Mark  Poker Articles, Poker Mathematics
This article is a part of the Poker Mathematics series.
This article is number 3 in a series of 3 articles covering the (in my opinion) most important mathematical aspects of poker:
 Calculating pot odds: see Poker pot odds; all you need to know
 Calculating poker probabilities: see Poker probabilities; all you need to know
 Calculating expected value: see +EV poker; making the winning plays
Having explained how to calculate poker pot odds and poker probabilities in my two previous articles we now move on to applying these concepts to improve your poker game by making the winning plays every time. The concept you will need to learn is EV, which is short for expected value.
In poker, EV is a measure of how much you will be payed back on average on a 1$ bet:
 EV < 1 – If you always play hands with an EV of less than 1 you will lose on average
 EV = 1 – If you always play hands with an EV equal to 1 you will break even on average
 EV > 1 – If you always play hands with an EV of more than 1 you will win on average
Needless to say it should be the goal of any poker player to make plays that always belong to the EV > 1 category.
When it comes to calculating your EV for any given poker hand that the European decimal odds system, which I favor, excels.
Simply multiply the decimal pot odds you are given by the probability that you will win the hand, and you have your EV. Simple as that.
When using the European decimal odds system it is also easy to calculate either the pot odds or probability needed to break even (EV = 1) from the following relationships:
 pot odds = 1/Probability
 probability = 1/pot odds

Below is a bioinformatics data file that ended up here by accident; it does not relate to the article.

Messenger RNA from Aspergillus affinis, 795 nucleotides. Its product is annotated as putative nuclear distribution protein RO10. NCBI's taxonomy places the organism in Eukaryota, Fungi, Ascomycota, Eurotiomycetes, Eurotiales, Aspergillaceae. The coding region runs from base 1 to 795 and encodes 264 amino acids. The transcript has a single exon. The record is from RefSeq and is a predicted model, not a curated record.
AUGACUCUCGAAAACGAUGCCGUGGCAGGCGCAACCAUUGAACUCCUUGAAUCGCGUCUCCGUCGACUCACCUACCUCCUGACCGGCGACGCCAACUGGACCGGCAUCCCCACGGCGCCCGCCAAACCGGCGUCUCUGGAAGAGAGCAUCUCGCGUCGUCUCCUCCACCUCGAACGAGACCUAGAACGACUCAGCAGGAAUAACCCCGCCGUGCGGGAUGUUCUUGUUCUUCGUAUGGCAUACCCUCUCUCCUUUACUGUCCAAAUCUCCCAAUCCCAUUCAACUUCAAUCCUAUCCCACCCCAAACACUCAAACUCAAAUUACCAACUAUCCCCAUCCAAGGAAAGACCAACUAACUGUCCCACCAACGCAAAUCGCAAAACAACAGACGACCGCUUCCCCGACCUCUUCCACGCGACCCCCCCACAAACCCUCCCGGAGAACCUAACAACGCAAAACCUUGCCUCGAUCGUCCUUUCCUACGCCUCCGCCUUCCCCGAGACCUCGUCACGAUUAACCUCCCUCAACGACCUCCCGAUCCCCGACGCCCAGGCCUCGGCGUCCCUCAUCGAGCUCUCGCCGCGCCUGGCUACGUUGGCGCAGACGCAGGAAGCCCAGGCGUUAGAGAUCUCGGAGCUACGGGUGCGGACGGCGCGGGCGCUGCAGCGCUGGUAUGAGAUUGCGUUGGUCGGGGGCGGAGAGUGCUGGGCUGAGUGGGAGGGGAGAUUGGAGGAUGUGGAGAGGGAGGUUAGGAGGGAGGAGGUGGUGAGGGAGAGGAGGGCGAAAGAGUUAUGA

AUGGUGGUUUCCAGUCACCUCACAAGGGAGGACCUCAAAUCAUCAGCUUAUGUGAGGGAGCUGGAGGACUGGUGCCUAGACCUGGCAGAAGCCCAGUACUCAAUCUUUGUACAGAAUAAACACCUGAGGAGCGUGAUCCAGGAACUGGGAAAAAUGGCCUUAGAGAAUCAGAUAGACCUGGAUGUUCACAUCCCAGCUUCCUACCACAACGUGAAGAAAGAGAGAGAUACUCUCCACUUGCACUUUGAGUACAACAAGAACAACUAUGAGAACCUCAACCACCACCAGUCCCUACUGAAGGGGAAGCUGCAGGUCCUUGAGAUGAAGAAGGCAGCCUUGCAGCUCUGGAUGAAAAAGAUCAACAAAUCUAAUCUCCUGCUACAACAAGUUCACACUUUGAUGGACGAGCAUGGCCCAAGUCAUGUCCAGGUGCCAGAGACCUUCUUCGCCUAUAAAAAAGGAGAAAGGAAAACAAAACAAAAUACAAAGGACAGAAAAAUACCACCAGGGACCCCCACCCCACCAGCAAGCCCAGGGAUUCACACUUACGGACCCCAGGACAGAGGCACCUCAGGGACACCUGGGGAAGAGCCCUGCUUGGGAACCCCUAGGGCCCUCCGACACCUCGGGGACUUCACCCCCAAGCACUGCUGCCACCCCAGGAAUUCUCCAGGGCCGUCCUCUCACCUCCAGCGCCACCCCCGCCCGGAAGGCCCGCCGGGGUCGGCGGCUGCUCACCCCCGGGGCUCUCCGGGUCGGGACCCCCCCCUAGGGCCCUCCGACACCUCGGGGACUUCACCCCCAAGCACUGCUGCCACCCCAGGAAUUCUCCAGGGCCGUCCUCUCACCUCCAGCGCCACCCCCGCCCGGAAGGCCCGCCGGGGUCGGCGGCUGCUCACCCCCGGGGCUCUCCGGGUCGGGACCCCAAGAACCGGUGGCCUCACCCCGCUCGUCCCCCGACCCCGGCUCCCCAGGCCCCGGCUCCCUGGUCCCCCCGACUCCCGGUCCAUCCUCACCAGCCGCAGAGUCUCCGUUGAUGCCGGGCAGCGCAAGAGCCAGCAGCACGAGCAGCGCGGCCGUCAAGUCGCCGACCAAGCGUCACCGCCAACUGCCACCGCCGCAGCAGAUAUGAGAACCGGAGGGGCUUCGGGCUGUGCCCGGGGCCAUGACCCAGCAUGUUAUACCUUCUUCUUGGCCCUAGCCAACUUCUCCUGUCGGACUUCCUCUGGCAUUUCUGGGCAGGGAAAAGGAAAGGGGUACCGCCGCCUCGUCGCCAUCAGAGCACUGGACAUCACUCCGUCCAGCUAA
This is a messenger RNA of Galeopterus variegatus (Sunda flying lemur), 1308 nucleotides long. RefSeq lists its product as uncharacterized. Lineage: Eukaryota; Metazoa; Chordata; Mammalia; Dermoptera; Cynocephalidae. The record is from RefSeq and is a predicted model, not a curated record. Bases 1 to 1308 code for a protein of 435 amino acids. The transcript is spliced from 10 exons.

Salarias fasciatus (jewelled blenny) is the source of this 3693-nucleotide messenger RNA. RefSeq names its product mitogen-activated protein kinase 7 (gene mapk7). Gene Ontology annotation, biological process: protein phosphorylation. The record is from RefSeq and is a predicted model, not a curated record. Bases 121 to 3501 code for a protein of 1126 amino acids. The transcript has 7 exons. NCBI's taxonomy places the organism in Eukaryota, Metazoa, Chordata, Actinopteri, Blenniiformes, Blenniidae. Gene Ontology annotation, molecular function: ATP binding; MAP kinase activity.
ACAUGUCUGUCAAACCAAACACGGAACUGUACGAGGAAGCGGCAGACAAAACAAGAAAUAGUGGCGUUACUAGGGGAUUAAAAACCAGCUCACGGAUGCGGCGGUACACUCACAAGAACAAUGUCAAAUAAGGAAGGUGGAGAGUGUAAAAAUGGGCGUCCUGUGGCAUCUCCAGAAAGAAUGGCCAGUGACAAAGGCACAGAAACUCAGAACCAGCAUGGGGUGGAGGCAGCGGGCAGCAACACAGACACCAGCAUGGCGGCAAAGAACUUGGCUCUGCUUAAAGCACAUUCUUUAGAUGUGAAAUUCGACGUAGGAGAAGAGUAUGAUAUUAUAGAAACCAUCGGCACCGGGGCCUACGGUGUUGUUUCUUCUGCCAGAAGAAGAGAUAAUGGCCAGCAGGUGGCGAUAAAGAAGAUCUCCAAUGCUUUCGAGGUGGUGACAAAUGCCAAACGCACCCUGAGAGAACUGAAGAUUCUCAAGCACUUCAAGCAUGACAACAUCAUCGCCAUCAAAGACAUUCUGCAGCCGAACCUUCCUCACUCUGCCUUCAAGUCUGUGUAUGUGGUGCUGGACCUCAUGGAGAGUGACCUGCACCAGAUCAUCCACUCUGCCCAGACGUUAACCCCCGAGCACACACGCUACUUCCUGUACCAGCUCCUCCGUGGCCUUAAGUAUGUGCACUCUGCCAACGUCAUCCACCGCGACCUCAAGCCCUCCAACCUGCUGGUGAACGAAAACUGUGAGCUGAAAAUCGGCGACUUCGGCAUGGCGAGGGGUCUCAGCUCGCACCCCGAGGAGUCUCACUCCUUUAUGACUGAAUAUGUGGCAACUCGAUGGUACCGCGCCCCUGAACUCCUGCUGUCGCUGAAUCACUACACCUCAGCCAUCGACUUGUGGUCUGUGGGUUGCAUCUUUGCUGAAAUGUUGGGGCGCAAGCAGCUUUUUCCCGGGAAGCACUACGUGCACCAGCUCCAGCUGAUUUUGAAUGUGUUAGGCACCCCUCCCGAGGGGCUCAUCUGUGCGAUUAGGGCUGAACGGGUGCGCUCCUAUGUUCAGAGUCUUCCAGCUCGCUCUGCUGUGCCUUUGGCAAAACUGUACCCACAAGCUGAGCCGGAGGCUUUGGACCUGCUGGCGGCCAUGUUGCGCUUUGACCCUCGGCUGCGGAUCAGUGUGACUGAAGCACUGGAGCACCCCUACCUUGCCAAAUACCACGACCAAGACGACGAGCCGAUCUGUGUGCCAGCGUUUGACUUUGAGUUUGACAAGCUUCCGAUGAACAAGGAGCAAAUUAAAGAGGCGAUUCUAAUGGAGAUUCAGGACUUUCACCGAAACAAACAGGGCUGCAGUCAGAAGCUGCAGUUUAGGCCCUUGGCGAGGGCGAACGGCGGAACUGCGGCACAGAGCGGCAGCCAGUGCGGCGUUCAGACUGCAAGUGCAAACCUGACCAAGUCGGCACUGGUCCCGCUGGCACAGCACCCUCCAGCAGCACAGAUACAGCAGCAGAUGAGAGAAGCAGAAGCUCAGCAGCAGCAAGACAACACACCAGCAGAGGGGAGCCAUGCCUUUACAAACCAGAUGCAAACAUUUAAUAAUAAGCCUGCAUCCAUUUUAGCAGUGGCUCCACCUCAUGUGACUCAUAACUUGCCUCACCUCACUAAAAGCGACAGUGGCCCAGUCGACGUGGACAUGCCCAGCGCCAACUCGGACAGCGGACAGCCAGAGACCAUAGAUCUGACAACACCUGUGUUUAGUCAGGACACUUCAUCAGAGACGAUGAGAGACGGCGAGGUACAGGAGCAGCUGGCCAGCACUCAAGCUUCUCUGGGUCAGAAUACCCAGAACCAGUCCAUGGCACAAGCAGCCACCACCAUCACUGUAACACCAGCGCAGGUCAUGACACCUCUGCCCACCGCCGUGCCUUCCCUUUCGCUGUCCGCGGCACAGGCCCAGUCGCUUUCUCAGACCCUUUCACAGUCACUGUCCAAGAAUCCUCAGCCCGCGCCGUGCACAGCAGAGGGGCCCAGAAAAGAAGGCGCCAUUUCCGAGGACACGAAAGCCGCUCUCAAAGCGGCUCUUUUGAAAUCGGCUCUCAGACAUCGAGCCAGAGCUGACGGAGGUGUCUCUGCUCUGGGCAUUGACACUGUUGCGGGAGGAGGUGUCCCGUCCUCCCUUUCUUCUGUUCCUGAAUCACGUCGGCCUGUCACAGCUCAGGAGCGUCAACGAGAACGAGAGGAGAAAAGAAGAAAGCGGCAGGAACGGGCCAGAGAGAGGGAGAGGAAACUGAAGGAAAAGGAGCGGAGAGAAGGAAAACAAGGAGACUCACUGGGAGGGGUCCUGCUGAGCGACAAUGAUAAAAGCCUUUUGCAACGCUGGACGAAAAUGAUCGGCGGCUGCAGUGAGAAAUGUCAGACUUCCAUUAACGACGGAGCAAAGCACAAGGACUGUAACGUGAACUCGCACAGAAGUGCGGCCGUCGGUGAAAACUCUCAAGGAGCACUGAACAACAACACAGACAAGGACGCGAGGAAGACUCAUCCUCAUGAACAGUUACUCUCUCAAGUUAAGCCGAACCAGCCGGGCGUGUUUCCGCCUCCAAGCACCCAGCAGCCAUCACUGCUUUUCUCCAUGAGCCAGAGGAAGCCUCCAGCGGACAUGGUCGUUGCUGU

Here are some examples of how these calculations work in real situations:
 You have 15 outs on the turn to win the hand and you have to call 700 into a 1500 pot. What is your EV for the given situation? Well the probability for winning the hand is (15*2+1)% = 31% = 0,31 using the easy rule of thumb. Your decimal pot odds are (1500+700)/700 = 3,14. This gives an EV of 3,14*0,31 = 0,97. Therefore you will on average lose 3 cents for every dollar you bet by making this call.
 In the example from above, what decimal pot odds do you need to break even? The answer is 1/0,31 = 3,23.
 You are holding a pair of eights and the flop is high cards. To win the hand you need to hit a set on either the turn or the river. What pot odds do you need on the turn and the river in order to break even? Again using the easy rule of thumb the probability of hitting your set on the turn is (2*2+1)% = 0,05, so you need a pot odds of 1/0,05 = 20 in order to break even. The same applies to the river.
Even though these calculations are straightforward you will need some practice to be able to perform them fast enough at the poker tables. Therefore you might want to make a set of guidelines to memorize. The list below will get you started:
 If your single opponent bets the pot on the flop your pot odds are 3 for calling to see the turn card. Therefore you need a probability better than 33% to make the call and win in the long run. This corresponds to approximately 16 outs.
 If your single opponent bets half the pot on the flop your pot odds are 4 for calling to see the turn card. Therefore you need a probability better than 25% to make the call and win in the long run. This corresponds to approximately 12 outs.